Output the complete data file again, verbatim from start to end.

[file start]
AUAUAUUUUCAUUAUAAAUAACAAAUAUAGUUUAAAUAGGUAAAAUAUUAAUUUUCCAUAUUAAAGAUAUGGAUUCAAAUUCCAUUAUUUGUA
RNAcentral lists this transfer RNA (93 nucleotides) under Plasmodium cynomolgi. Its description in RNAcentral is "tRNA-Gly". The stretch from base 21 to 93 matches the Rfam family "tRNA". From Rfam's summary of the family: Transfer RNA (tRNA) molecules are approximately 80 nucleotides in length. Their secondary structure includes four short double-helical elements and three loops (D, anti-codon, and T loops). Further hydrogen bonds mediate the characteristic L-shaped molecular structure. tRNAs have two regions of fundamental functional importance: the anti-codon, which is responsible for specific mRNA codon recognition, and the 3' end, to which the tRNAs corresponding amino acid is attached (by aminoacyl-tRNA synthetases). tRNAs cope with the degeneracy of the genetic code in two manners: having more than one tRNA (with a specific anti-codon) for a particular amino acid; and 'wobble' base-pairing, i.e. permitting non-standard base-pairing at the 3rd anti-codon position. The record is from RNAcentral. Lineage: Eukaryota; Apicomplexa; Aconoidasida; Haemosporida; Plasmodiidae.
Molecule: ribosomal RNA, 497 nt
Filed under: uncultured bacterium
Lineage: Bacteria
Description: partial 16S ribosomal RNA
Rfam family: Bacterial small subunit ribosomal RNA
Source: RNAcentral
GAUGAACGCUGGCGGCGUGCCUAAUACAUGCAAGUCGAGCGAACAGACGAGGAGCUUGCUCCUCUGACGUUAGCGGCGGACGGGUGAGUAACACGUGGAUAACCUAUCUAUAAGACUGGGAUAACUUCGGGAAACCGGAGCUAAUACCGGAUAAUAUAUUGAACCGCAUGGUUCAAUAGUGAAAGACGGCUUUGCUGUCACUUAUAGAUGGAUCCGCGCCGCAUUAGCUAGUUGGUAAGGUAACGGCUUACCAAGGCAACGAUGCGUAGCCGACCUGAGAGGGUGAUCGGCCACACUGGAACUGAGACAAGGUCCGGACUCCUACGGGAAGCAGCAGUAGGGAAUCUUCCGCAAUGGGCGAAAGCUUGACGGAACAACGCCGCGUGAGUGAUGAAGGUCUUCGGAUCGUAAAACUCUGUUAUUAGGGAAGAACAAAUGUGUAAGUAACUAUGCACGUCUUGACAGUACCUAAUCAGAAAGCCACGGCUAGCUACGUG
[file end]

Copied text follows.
AUAUAUUUUCAUUAUAAAUAACAAAUAUAGUUUAAAUAGGUAAAAUAUUAAUUUUCCAUAUUAAAGAUAUGGAUUCAAAUUCCAUUAUUUGUA
RNAcentral lists this transfer RNA (93 nucleotides) under Plasmodium cynomolgi. Its description in RNAcentral is "tRNA-Gly". The stretch from base 21 to 93 matches the Rfam family "tRNA". From Rfam's summary of the family: Transfer RNA (tRNA) molecules are approximately 80 nucleotides in length. Their secondary structure includes four short double-helical elements and three loops (D, anti-codon, and T loops). Further hydrogen bonds mediate the characteristic L-shaped molecular structure. tRNAs have two regions of fundamental functional importance: the anti-codon, which is responsible for specific mRNA codon recognition, and the 3' end, to which the tRNAs corresponding amino acid is attached (by aminoacyl-tRNA synthetases). tRNAs cope with the degeneracy of the genetic code in two manners: having more than one tRNA (with a specific anti-codon) for a particular amino acid; and 'wobble' base-pairing, i.e. permitting non-standard base-pairing at the 3rd anti-codon position. The record is from RNAcentral. Lineage: Eukaryota; Apicomplexa; Aconoidasida; Haemosporida; Plasmodiidae.
Molecule: ribosomal RNA, 497 nt
Filed under: uncultured bacterium
Lineage: Bacteria
Description: partial 16S ribosomal RNA
Rfam family: Bacterial small subunit ribosomal RNA
Source: RNAcentral
GAUGAACGCUGGCGGCGUGCCUAAUACAUGCAAGUCGAGCGAACAGACGAGGAGCUUGCUCCUCUGACGUUAGCGGCGGACGGGUGAGUAACACGUGGAUAACCUAUCUAUAAGACUGGGAUAACUUCGGGAAACCGGAGCUAAUACCGGAUAAUAUAUUGAACCGCAUGGUUCAAUAGUGAAAGACGGCUUUGCUGUCACUUAUAGAUGGAUCCGCGCCGCAUUAGCUAGUUGGUAAGGUAACGGCUUACCAAGGCAACGAUGCGUAGCCGACCUGAGAGGGUGAUCGGCCACACUGGAACUGAGACAAGGUCCGGACUCCUACGGGAAGCAGCAGUAGGGAAUCUUCCGCAAUGGGCGAAAGCUUGACGGAACAACGCCGCGUGAGUGAUGAAGGUCUUCGGAUCGUAAAACUCUGUUAUUAGGGAAGAACAAAUGUGUAAGUAACUAUGCACGUCUUGACAGUACCUAAUCAGAAAGCCACGGCUAGCUACGUG